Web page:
Update on Appeals in NY State Chimpanzee Lawsuits

In January, the Nonhuman Rights Project filed notices of appeal in each of our three cases on behalf of chimpanzees in New York State. We filed them in three separate appellate courts according to where the original lawsuits were filed.

Tommy’s appeal was filed in the Third Judicial Department; Kiko’s appeal was filed in the Fourth Judicial Department; Hercules and Leo’s appeal has been filed in the Second Judicial Department.

Although the appeals are essentially the same in each case, each department is treating its appeal in a different way. Since these are cases of first impression, the courts appear to lack a uniform understanding of how to deal with them. One clerk told us he had never seen anything like this before.

  • In the Third Judicial Department, Tommy’s appeal is proceeding normally. We have "perfected our appeal" and filed our appellate brief. (A pdf copy is here.) This brief acts as an aid to the appellate department in arguing that the lower court erred in denying our petition for a common law writ of habeas corpus. The respondent’s reply brief is due by May 19.
  • In the Second Judicial Department (Hercules and Leo’s case), the court took the unique opportunity to dismiss our appeal in response to a standard motion to admit attorney Steven M. Wise pro hac vice "on the ground that no appeal lies as of right from an order that is not the result of a motion made on notice." We immediately filed a motion asking the court to reinstate our appeal, as New York’s habeas corpus statute expressly grants us the right to appeal and the appellate court apparently relied upon the wrong statute.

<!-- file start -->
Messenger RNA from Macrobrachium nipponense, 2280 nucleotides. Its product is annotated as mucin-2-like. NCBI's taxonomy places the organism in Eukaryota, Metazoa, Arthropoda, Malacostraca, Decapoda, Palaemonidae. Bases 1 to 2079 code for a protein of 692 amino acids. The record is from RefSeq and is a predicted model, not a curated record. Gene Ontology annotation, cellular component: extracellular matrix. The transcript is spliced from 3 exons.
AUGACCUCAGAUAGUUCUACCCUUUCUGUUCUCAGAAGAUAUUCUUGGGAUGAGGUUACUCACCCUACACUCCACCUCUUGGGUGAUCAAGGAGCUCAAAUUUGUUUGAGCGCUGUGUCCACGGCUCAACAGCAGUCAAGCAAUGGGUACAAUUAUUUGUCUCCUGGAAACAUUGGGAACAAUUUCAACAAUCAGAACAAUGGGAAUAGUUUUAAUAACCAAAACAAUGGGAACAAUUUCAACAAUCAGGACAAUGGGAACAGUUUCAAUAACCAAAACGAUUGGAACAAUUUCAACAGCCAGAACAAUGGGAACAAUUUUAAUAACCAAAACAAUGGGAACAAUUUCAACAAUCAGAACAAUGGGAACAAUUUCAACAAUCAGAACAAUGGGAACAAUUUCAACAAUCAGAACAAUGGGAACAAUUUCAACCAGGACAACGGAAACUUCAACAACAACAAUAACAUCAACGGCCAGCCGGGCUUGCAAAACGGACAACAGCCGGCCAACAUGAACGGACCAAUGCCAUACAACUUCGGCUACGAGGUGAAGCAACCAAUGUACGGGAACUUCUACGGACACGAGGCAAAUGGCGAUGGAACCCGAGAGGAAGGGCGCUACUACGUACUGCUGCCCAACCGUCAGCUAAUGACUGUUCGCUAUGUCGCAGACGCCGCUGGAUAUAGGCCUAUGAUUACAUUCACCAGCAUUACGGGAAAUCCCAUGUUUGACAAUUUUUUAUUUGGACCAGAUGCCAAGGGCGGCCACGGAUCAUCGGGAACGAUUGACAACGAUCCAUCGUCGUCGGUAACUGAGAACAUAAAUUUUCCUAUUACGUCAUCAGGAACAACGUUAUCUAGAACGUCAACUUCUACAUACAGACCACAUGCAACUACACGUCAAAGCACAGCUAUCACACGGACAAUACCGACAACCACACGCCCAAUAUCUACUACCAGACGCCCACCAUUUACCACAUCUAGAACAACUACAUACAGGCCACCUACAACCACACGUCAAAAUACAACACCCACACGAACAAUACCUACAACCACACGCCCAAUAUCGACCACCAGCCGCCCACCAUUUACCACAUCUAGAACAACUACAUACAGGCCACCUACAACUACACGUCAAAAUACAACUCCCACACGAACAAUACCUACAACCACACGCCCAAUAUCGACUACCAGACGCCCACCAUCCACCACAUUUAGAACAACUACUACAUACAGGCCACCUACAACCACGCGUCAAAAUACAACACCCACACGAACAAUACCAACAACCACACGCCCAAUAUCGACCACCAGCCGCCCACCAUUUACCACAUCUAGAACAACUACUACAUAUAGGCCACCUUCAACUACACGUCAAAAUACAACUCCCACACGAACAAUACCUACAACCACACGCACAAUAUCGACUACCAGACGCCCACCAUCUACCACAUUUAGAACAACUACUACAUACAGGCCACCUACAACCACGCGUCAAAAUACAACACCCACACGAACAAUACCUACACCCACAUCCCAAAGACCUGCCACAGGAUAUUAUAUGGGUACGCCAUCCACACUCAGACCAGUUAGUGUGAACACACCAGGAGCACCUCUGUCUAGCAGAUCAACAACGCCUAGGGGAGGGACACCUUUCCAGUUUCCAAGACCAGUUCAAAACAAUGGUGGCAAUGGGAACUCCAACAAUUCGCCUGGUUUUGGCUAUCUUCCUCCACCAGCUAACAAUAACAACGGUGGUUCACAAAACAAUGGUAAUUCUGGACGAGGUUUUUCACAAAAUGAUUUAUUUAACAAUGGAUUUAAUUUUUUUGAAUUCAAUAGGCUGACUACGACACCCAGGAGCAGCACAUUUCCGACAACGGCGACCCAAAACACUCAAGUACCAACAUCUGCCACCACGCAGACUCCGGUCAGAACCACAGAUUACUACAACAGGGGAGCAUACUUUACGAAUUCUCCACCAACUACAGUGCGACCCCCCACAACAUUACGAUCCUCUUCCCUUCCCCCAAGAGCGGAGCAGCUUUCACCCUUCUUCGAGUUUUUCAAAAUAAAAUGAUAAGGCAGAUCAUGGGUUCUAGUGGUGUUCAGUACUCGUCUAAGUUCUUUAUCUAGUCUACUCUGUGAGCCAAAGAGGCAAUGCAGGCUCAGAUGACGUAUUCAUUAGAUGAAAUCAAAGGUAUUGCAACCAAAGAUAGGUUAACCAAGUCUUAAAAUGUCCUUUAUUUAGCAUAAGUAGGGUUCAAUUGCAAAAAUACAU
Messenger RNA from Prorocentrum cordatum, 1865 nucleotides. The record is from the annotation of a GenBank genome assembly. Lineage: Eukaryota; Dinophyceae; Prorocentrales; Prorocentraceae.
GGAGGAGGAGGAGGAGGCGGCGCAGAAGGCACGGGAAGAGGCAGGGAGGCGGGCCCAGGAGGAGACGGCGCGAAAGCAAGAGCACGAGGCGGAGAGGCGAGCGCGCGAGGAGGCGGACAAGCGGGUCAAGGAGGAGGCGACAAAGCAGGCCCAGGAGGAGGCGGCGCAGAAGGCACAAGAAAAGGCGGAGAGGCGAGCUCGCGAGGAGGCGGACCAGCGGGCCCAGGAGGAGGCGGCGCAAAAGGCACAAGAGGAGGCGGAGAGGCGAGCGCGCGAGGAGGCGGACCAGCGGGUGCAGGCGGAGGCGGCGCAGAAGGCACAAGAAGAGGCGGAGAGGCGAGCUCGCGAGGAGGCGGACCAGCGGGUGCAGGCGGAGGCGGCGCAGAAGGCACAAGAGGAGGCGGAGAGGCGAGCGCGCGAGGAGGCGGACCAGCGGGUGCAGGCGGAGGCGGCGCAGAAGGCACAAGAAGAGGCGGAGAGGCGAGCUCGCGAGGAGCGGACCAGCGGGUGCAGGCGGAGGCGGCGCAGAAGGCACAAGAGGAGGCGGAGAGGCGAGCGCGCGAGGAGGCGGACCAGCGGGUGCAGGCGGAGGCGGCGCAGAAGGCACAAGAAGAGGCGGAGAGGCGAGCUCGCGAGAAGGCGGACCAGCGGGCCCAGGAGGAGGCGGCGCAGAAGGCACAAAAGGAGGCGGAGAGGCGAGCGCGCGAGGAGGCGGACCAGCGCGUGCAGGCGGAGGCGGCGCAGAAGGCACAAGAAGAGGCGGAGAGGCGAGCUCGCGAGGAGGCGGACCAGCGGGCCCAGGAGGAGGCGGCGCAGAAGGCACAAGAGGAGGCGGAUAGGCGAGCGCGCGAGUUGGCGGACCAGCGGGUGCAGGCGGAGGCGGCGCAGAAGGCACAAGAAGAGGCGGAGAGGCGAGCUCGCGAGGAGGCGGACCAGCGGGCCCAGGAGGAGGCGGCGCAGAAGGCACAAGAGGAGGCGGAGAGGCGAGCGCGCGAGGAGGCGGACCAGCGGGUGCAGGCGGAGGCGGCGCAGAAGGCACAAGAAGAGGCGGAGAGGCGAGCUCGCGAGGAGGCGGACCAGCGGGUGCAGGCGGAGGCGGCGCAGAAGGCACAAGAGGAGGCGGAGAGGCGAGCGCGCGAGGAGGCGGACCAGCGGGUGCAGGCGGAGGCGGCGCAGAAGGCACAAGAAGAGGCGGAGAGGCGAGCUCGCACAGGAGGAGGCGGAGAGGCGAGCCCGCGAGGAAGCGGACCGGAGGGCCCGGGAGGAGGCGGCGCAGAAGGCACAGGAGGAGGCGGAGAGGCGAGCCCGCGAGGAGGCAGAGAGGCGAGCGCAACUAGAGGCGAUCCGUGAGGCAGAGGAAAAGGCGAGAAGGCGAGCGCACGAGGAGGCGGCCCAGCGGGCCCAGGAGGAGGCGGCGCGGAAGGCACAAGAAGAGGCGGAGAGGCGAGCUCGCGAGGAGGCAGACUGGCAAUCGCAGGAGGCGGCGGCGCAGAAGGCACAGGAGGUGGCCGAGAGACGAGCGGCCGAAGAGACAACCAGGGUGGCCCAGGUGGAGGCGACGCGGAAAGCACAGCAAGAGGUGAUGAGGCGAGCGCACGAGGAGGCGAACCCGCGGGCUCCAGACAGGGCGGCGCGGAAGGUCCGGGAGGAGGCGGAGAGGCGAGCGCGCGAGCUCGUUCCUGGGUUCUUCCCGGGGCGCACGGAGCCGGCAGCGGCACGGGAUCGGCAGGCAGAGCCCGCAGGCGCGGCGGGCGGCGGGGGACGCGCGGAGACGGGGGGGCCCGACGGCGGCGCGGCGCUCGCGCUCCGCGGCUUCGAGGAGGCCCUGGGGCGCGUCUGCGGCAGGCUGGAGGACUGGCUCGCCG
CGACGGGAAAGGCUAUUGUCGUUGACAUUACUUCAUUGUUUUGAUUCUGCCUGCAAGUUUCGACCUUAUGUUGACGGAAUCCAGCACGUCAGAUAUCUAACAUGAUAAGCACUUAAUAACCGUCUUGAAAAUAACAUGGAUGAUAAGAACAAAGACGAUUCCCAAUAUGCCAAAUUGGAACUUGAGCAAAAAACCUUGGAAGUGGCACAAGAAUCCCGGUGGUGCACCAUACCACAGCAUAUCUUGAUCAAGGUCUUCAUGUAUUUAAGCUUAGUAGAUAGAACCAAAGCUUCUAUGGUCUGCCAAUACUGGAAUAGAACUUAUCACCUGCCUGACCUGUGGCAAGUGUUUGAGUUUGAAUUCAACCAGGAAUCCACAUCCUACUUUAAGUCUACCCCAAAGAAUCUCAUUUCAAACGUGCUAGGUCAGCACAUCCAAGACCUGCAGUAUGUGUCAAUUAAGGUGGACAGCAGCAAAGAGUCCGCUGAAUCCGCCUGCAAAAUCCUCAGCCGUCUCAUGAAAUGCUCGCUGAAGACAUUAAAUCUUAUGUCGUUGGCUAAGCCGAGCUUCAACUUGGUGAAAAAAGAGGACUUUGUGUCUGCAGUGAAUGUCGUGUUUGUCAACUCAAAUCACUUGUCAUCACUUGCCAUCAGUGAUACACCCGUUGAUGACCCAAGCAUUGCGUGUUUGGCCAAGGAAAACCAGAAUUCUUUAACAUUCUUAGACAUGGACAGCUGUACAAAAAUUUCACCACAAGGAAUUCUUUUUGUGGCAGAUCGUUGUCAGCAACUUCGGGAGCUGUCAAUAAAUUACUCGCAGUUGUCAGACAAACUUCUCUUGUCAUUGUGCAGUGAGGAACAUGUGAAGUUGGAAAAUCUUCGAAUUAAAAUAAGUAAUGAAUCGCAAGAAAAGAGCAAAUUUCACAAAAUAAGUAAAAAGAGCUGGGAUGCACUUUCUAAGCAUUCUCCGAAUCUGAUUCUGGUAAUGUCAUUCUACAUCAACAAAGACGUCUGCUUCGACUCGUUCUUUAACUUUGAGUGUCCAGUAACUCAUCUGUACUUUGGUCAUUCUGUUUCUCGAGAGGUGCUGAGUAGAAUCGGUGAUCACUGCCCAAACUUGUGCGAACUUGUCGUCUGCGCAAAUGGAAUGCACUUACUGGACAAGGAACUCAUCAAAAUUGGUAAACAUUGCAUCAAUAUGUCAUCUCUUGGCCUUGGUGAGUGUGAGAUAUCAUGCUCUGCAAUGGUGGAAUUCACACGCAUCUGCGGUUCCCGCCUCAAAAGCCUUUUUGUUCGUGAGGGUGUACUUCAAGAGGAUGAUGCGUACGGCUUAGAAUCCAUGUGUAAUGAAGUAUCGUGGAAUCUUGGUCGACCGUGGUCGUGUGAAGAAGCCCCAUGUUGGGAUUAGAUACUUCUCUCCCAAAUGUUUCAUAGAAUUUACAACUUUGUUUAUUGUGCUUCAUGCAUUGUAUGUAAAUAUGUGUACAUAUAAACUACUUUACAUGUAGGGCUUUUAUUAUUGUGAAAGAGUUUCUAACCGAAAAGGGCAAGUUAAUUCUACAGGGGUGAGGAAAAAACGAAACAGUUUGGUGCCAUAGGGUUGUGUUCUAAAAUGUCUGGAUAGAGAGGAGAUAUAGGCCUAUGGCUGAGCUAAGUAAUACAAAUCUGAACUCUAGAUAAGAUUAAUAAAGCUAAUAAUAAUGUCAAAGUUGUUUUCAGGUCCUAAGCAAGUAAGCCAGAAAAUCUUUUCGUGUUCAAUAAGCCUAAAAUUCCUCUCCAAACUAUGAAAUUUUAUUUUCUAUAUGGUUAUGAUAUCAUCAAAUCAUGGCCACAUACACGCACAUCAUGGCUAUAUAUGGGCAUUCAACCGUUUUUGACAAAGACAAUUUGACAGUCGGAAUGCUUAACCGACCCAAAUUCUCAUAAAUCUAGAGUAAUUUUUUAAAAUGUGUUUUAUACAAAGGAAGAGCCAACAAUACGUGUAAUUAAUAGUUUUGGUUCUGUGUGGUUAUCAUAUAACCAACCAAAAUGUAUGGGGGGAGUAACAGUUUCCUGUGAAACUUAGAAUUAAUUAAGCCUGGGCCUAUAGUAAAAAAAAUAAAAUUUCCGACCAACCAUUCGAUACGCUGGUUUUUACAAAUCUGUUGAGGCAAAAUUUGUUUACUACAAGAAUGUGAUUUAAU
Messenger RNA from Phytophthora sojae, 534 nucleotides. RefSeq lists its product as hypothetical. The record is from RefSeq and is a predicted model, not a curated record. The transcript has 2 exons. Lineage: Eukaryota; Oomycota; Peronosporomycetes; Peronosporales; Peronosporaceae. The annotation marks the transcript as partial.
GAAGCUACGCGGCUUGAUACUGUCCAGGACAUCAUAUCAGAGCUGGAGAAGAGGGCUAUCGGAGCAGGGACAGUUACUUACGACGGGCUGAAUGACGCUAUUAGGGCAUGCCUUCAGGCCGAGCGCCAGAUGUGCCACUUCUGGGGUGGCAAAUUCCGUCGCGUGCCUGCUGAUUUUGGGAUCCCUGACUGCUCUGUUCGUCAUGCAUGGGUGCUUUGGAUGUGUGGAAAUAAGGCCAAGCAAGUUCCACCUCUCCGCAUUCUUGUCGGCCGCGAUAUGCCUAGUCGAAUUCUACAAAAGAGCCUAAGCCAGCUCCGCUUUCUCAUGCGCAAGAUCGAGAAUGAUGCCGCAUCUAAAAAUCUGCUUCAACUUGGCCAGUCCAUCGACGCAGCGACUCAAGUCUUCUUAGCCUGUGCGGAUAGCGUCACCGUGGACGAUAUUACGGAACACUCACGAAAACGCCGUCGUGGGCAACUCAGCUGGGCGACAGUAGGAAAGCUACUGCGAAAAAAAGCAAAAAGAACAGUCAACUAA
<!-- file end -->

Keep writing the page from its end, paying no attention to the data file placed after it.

• Finally, in the Fourth Judicial Department (Kiko’s case), the lower court is currently refusing to rule on our motion to settle the record, which is required before we can proceed with our appeal. New York law requires the lower court not only to rule on our motion, but to settle the record so that we may proceed with the appeal. We have just filed a mandamus action directly in the Fourth Department asking that court to order the lower court to settle the record so that we may proceed with our appeal.

In short, our Third Department appeal is proceeding normally, while two other courts appear to be confused by what we are doing. This is understandable, since no petition for habeas corpus has ever been filed on behalf of a nonhuman animal in New York State, or in any of the 50 states.

Since all four chimpanzees continue to languish in reprehensible situations, and animal welfare laws do not provide a means of relief for them, we are moving as fast as possible in all three appellate courts to address any procedural concerns the courts may have so they can give full consideration to the real issues of each case as soon as possible..

Comments
8 Responses to “Update on Appeals in NY State Chimpanzee Lawsuits”
  1. Alice Young says:

    Thankyou for your good work. Is Tommy still incarcerated 6 months after your initial suit? Cannot pressure be brought to bear to produce better circumstances for him whilst the lawsuit is being debated?